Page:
Increasing number of Wigan businesses going to the wall as they struggle with 'perfect storm' of economic woes

Wigan saw an increase in company insolvencies last year compared to the year prior to the pandemic.
Watch more of our videos on Shots! 
and live on Freeview channel 276
Visit Shots! now

The withdrawal of government support and soaring energy costs have been blamed for the rise, with retail and construction the hardest hit industries nationally.

The BBC carried out analysis of insolvency data across 221 local authorities across the UK, which included Wigan borough. This found 85%, or 187 out of 221, saw a rise in liquidations comparing 2019 to 2022.

Hide Ad
Hide Ad

Liquidation is the process of bringing a business to an end and distributing its assets to the people and businesses it owes money to.

Business liquidations are on the rise in Wigan, new research shows (file picture)Business liquidations are on the rise in Wigan, new research shows (file picture)
Business liquidations are on the rise in Wigan, new research shows (file picture)
Read More
Best places to buy a cooked breakfast

It occurs when a business is classed as insolvent, which can either be when a company cannot afford to pay its bills or its assets are worth less than its net debts.

The research by the BBC focussed on creditors’ voluntary liquidations, which are the most common type of insolvencies. They occur when the company owners have voluntarily placed the business into liquidation rather than waiting for it to be wound up by a creditor.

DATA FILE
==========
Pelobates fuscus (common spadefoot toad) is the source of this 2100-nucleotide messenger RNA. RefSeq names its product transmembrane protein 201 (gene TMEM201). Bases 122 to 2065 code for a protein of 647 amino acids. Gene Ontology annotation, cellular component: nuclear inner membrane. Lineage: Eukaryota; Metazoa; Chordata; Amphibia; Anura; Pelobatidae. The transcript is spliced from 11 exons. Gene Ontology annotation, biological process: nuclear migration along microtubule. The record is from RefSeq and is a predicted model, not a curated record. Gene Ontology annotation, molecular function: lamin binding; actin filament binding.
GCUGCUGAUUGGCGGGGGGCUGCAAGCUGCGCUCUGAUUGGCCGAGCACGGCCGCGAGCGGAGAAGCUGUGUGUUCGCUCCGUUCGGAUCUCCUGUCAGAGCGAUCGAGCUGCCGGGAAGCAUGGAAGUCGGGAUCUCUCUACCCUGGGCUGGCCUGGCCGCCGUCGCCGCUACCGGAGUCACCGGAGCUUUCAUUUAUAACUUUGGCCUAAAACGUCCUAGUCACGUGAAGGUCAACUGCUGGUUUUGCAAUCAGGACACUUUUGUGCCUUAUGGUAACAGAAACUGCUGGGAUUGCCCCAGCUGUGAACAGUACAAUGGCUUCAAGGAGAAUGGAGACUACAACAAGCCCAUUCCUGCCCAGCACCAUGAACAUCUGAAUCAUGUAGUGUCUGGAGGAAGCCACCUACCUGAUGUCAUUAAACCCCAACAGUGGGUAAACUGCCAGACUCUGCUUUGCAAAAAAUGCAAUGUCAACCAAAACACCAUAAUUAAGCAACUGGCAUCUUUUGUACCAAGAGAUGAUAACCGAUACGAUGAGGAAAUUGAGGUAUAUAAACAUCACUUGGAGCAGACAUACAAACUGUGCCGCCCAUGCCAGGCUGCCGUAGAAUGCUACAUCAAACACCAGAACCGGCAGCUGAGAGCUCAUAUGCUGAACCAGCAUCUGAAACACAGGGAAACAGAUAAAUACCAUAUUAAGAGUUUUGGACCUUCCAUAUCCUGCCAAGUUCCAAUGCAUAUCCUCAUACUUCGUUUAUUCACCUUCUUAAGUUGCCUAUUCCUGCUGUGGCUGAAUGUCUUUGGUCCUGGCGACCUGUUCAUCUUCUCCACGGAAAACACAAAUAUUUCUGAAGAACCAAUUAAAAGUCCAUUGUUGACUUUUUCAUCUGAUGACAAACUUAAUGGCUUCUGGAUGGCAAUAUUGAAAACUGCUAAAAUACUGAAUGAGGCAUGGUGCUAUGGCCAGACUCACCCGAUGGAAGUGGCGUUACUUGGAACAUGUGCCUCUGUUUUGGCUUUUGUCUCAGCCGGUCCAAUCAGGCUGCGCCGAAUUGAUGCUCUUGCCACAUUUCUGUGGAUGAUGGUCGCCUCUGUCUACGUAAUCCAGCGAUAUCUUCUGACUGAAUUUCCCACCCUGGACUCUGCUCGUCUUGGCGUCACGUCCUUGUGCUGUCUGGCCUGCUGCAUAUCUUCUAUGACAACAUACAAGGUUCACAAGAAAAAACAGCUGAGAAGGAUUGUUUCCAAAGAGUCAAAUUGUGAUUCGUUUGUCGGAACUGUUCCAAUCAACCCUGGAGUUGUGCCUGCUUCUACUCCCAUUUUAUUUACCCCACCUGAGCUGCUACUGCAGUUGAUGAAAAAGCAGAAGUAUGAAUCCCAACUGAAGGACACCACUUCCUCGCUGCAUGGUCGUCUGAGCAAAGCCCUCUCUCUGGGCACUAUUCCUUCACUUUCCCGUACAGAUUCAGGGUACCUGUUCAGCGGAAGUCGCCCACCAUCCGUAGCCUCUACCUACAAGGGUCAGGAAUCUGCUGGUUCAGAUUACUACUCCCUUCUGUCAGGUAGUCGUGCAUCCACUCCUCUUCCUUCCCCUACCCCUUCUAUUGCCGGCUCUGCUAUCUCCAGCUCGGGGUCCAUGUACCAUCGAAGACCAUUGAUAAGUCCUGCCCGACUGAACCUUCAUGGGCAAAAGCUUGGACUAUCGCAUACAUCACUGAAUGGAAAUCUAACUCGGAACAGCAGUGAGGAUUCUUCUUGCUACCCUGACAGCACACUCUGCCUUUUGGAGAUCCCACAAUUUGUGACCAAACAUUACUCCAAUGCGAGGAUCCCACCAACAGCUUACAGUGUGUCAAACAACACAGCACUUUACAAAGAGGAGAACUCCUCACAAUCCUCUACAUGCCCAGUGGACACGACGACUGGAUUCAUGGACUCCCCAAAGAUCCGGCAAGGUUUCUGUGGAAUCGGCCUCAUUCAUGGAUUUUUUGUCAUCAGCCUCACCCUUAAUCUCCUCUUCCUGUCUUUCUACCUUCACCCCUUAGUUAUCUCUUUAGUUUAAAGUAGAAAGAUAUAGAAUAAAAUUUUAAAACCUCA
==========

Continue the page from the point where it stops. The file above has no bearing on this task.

In the case of Wigan, there were 27 such liquidations in both 2019 and 2020, rising to 34 in 2021, and increasing again to 46 last year.

Hide Ad
Hide Ad

Experts at the time said many of the support packages put in place during the height of the pandemic in 2020 would only help to delay inevitable closures in many cases. Perhaps the most significant measure was the Coronavirus Job Retention Scheme (CJRS) which allowed bosses to claim up to 80 per cent of furloughed employees’ wages.

Liquidations began to rise following the end of the furlough scheme in September 2021.

However experts believe that what have been termed “macro-economic” events in 2022 could be even more damaging in the long run.

Even before the war in Ukraine, inflation was at a record level and businesses were preparing for a six per cent increase in the National Living Wage in 2022.

Hide Ad
Hide Ad

The conflict in Ukraine pushed up the price of both oil and grain, piling on extra costs for businesses from soaring fuel costs to drastically higher energy bills. It has also caused a number of supply chain issues.

Insolvency expert Julie Palmer from Begbies Traynor said: “Obviously, it was a really unusual time because of the pandemic, which sort of kept a very strong guard rail on that cliff edge - the courts were effectively closed for business and businesses were given lots of support to try and get them through the pandemic.

“Some of those businesses have emerged from the pandemic doing well, but for many others trading is very difficult, particularly those that are in consumer-facing sectors.

“There's a lot of nervousness in the economy at the moment due to macro-economic pressures. With interest rates, they are still not high in relative terms, but high in terms of how this generation perceives them, together with inflation that until recently seemed to be galloping out of control.

Hide Ad
Hide Ad

“This has caused a real cost of living crisis, which is really hitting consumer confidence. People are tightening their belts and it's particularly those consumer-facing sectors, that we're really beginning to see struggle at the moment."

Related topics: